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Romney and Perry: Dual Front-Runners?

At the betting market Intrade, Texas Gov. Rick Perry has overtaken Mitt Romney and is now considered the most likely person to win the Republican presidential contest. Mr. Perry is given a 35 percent chance of claiming the nomination as compared to Mr. Romney at 29 percent; Michelle Bachmann is a distant third place and assigned a 9 percent chance of winning.

Are the bettors being sensible or getting ahead of themselves? Although this is all fun and games as compared to the debt ceiling debate, a quick overview of the state of play is in order.

An average of the seven most recent polls of Republican voters (the six contained in the Real Clear Politics average plus the Economist / YouGov poll) finds Mr. Romney with the lead, with an average of 22 percent of the vote. After that, there’s essentially a four-way tie between Ms. Bachmann (13 percent), Sarah Palin (13 percent), Mr. Perry (12 percent) and Rudolph W. Giuliani (11 percent in the polls in which he is included). Herman Cain’s momentum appears to have faded, while Newt Gingrich and Tim Pawlenty are now often polling in the low rather than the high single digits.

The results tighten up a bit, however, once we adjust for name recognition based on the latest Gallup numbers. (Dividing a candidate’s polling average by his name recognition can somewhat improve the predictive power of early-stage polls.) In particular, Mr. Perry is recognized by only slightly more than half of Republican voters. Of those who recognize his name, 21 percent list him as their first choice, just slightly behind Mr. Romney at 25 percent.

Ms. Bachmann also moves up slightly by this metric — but her name recognition has already grown to 78 percent, leaving her somewhat less upside than she once seemed to have.

A more important contingency for Ms. Bachmann is whether Sarah Palin runs. Four of the polls ran versions without either Ms. Palin or Mr. Giuliani, and in those surveys, Ms. Bachmann’s support averaged 18 percent rather than 13 percent.

However, this version of the numbers helps Mr. Romney as well — his support grows to 27 percent from 22 percent. Some of that is the runoff from moderate-leaning voters who might have preferred Mr. Giuliani, although Mr. Romney might also be picking up a few Sarah Palin supporters who haven’t thought much about the field and are defaulting to the most recognizable names.

Mr. Perry, interestingly, is not helped in this case — in fact, with Ms. Palin and Mr. Giulaini out of the race, his numbers decline a bit to 10 percent from 12 percent. The decline shouldn’t be taken too literally and is likely a sample size fluke at least in part. But it hints that Ms. Palin’s entry in the race would take more votes away from Ms. Bachmann than it would from Mr. Perry and could plausibly make his path easier despite the more crowded field.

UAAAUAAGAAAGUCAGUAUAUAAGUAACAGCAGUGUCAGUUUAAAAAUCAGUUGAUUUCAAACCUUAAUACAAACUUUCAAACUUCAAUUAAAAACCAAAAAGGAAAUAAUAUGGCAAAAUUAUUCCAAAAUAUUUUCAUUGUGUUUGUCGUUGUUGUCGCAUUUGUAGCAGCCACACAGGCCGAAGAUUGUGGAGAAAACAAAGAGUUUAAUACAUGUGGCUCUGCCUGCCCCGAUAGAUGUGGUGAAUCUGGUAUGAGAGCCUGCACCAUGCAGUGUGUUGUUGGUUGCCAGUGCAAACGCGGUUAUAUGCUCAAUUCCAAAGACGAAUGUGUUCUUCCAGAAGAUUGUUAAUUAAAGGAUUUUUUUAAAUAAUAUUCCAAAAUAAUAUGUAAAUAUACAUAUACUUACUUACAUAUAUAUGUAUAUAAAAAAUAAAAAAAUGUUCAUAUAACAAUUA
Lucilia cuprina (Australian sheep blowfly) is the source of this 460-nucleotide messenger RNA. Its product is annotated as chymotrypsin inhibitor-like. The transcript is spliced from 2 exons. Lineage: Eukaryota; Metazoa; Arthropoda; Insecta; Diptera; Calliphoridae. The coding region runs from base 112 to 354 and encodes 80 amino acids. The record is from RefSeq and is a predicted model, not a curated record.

Mr. Perry, however, has also yet to officially enter the race, and that’s the reason why it may be at least a little premature to anoint him as the frontrunner.

It’s not that Mr. Perry is literally likely to skip the presidential derby after making so much noise about it — most reporting suggests that he’ll officially become a candidate. But Mr. Perry will be getting off to something of a late start and will have to spend time fundraising or tweaking his campaign staff while Mr. Romney is in New Hampshire and Ms. Bachmann and Mr. Pawlenty are in Iowa. While not likely to be a fatal flaw, this could harm him in some intangible ways down the road.

More important is that Mr. Perry has yet to really endure the period of heightened scrutiny that almost all the other Republican faced when they announced their campaigns — and with decidedly mixed results. Mr. Romney survived his roll-out relatively well, although he got poor marks from conservative commentators for his health care speech. At the other end of the spectrum are Newt Gingrich, who was all but dead on arrival, and Jon Huntsman, whose campaign is moribund.

Apart from the general vetting that will take place — something that is relatively less likely to be a problem for Mr. Perry, the four-term governor of the nation’s second-largest state — there may be questions raised about his electability (is nominating a conservative Texas Republican the equivalent of a liberal Massachusetts Democrat?). Given his late start, comparisons may be made — perhaps unfairly — to Fred Thompson, whose 2008 campaign flailed.

And Mr. Perry will have to decide how to position himself between the establishment and the Tea Party. But that is a nice choice for a Republican candidate to have: Mr. Perry is probably the most capable of the candidates to maintain credibility with both groups. Given how conservative the Republican electorate has become, particularly in states like Iowa and South Carolina, Mr. Perry is probably closer than Mr. Romney to the median Republican primary voter.

So we have these two factors to weigh against one another: the fact that Mr. Romney’s campaign is at a far more advanced stage against the fact that Mr. Perry’s positioning is probably more in line with the mood of the G.O.P. electorate. You can make a credible case for either one; I tend to default toward Mr. Romney because he’s still a little bit ahead in the polls.

If Mr. Perry’s roll-out goes well, however, the Republican campaign could well develop into a heavyweight battle between the two rather than the Lord-of-the-Flies scenario that had seemed more likely before.

Ms. Bachmann or Mr. Pawlenty could also make themselves factors by winning Iowa, but they risk being relegated to the undercard if Mr. Perry gets off to a fast start. Look for them to throw a few banana peels his way to try to trip him up.

Nate Silver is the founder and editor in chief of FiveThirtyEight.